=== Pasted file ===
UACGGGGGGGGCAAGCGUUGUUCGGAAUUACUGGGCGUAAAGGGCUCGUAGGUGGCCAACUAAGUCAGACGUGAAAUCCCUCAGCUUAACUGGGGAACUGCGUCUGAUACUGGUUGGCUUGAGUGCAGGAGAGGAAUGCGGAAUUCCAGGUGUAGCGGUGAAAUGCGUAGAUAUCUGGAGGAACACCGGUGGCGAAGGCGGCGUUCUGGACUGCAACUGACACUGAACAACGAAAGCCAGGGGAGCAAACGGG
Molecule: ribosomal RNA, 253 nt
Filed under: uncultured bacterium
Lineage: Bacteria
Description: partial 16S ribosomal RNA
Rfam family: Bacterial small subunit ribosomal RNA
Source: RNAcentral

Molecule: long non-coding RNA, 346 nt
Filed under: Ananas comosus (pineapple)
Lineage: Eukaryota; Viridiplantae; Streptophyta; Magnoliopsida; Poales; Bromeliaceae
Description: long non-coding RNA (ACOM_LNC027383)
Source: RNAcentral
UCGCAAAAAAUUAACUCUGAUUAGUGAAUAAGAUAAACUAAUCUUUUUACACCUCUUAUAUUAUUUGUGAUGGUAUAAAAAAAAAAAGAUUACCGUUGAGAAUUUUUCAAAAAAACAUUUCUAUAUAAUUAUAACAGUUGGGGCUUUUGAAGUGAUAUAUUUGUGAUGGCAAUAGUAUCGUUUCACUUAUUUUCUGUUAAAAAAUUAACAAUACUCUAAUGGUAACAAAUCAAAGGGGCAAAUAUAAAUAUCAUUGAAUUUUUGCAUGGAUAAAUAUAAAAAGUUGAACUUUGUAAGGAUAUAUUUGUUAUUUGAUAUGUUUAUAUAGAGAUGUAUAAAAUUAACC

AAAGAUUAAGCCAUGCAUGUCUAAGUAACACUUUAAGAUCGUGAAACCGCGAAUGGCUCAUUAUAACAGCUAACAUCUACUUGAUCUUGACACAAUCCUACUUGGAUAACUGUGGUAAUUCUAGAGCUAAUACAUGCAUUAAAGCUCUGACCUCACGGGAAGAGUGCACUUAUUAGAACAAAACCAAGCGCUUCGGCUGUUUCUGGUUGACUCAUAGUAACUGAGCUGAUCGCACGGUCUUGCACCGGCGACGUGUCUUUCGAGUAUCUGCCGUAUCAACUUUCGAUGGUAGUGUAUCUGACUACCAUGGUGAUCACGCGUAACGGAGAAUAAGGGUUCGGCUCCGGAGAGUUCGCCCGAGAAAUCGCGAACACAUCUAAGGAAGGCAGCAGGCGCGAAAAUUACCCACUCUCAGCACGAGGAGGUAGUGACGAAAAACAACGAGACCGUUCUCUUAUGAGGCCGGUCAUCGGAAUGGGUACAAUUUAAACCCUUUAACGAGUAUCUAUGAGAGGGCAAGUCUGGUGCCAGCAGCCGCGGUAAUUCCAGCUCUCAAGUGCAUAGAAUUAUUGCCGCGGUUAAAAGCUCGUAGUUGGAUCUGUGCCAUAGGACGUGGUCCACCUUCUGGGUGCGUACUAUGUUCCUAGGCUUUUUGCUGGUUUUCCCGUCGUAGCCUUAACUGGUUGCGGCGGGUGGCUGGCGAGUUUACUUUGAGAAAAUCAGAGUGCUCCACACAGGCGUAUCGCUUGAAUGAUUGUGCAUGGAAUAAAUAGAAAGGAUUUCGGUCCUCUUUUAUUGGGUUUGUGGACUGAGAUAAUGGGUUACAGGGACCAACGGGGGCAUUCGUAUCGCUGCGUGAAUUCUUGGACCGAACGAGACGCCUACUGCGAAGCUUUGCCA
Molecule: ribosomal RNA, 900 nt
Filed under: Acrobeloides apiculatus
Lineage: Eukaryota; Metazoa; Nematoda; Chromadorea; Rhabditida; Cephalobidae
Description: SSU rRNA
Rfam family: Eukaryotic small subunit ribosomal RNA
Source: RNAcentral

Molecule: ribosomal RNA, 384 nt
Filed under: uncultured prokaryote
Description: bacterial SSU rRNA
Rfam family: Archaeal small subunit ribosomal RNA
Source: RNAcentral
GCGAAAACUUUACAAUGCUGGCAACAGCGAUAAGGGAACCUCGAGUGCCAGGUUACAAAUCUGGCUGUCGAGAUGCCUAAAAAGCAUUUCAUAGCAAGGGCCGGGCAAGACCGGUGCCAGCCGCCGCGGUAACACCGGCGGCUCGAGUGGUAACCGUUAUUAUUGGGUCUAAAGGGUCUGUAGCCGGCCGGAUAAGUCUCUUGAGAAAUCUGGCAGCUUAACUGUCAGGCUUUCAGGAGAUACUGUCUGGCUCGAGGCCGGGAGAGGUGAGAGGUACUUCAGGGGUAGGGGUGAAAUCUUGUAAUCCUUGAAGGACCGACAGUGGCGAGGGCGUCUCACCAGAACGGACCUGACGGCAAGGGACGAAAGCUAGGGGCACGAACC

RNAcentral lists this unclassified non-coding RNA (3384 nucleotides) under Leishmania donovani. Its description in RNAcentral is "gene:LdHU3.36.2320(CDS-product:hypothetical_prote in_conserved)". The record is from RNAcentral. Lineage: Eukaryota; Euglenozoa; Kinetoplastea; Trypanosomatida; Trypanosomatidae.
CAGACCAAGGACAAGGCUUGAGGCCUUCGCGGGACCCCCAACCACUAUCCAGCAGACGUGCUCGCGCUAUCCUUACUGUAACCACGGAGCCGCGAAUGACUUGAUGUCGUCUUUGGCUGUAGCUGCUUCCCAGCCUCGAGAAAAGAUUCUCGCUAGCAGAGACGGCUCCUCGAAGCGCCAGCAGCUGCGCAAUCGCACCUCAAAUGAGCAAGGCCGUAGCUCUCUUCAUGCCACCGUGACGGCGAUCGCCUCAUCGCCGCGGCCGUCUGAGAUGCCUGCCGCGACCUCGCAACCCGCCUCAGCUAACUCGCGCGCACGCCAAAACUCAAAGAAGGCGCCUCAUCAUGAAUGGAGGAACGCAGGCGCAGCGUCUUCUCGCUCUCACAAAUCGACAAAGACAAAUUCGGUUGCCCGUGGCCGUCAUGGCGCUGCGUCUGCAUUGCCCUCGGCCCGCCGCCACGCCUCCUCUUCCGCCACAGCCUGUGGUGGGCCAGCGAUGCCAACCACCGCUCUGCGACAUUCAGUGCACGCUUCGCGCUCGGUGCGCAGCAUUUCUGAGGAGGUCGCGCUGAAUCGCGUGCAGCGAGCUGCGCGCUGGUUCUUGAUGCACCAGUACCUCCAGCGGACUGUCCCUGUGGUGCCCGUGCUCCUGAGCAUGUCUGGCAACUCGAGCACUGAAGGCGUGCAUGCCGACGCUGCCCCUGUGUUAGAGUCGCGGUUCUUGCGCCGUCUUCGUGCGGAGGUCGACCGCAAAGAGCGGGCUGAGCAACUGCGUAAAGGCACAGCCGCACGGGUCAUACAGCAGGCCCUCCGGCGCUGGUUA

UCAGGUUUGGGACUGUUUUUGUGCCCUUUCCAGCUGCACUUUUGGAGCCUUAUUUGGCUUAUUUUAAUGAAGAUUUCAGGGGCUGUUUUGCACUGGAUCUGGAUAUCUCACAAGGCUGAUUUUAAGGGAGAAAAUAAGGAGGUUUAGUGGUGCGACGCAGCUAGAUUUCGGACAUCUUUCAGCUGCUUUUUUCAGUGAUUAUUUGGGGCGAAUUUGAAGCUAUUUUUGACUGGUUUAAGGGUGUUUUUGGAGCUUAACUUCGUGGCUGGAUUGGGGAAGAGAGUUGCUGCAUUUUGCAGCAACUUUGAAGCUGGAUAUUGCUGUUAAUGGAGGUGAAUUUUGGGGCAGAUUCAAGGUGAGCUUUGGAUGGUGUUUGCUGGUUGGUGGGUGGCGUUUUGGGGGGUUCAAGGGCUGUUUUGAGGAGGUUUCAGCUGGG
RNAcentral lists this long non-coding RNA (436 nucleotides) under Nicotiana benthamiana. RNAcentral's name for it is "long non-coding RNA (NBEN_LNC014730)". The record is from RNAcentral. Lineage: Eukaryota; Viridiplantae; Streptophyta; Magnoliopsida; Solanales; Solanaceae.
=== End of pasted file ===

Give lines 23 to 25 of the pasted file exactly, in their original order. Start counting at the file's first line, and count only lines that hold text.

Description: bacterial SSU rRNA
Rfam family: Archaeal small subunit ribosomal RNA
Source: RNAcentral